But the divide over Supreme Court nominee Kavanaugh -- who has been accused of sexual assault and denies the claims -- shows just how nascent this movement is.
"We've got centuries worth of bad behavior that we are acclimated to tolerating. One year of activism is not going to alleviate a millennium," said Kristen Houser, spokeswoman for the National Sexual Violence Resource Center. "The public discourse that's happening right now with the nomination of Kavanaugh is really reminiscent of things that happened before the MeToo movement."
"It's discouraging," Martin admitted. "There are a lot of powerful voices that will rise up to dismiss the truthfulness of sexual assault just to protect power."
But even the response to the Kavanaugh allegations, which seem like a "scripted backlash," doesn't feel like a real threat to the movement, Houser said.
Following Dr. Christine Blasey Ford's appearance last Thursday before the Senate Judiciary Committee, where she testified that Kavanaugh sexually assaulted her at a party as teenagers, the National Sexual Assault Hotline saw a 338 percent spike in traffic. The day after her appearance, Sept. 28, was the busiest day in the 24-year history of the hotline, with more than 3,000 people calling for help.
"History shows us that when high-profile allegations such as these are in the news, it often causes others to reach out too. This story has clearly resonated with survivors, and has led thousands to reach out for help for the first time," Scott Berkowitz, president of the Rape, Abuse & Incest National Network, which operates the hotline, said in a statement.
"Over this past year, following the cases of Weinstein and Cosby, and the explosion of #MeToo, our numbers have been growing pretty rapidly, but we’ve never seen anything like this before," he added.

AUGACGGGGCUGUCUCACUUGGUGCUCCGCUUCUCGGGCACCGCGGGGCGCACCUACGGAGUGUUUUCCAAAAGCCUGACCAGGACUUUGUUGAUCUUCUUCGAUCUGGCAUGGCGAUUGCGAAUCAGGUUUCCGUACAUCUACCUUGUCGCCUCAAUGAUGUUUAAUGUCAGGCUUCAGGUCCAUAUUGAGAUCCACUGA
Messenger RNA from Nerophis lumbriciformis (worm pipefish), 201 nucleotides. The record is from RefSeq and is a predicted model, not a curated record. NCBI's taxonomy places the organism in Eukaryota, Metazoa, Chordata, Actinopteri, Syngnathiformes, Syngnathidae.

In fact, reporting of abuse and harassment is up everywhere since the Weinstein allegations first broke.
The Equal Employment Opportunity Commission, the federal agency that enforces civil rights laws against workplace discrimination, received 1,500 hits on its website's resource page the day the Weinstein story broke. On Oct. 16, the day after #MeToo went viral, the number of hits was close to 8,000.
Ironically, the EEOC had just completed a year-long study on sexual harassment in the U.S. to mark the 30th anniversary of the Supreme Court's landmark ruling recognizing sexual harassment as a violation of Title VII of the 1964 Civil Rights Act.
That "foundational document" has now been used by companies, organizations, Congress and others who have been grappling with this issue over the last year.
"From the time the Supreme Court recognized sexual harassment as something that can be enforced under the law, we have periodically had these moments where the country wakes up to 'there's a lot of sexual harassment happening in our workplace,'" Victoria Lipnic, the acting chair of the commission, told ABC News. "We thought this was a serious issue well before the Harvey Weinstein story."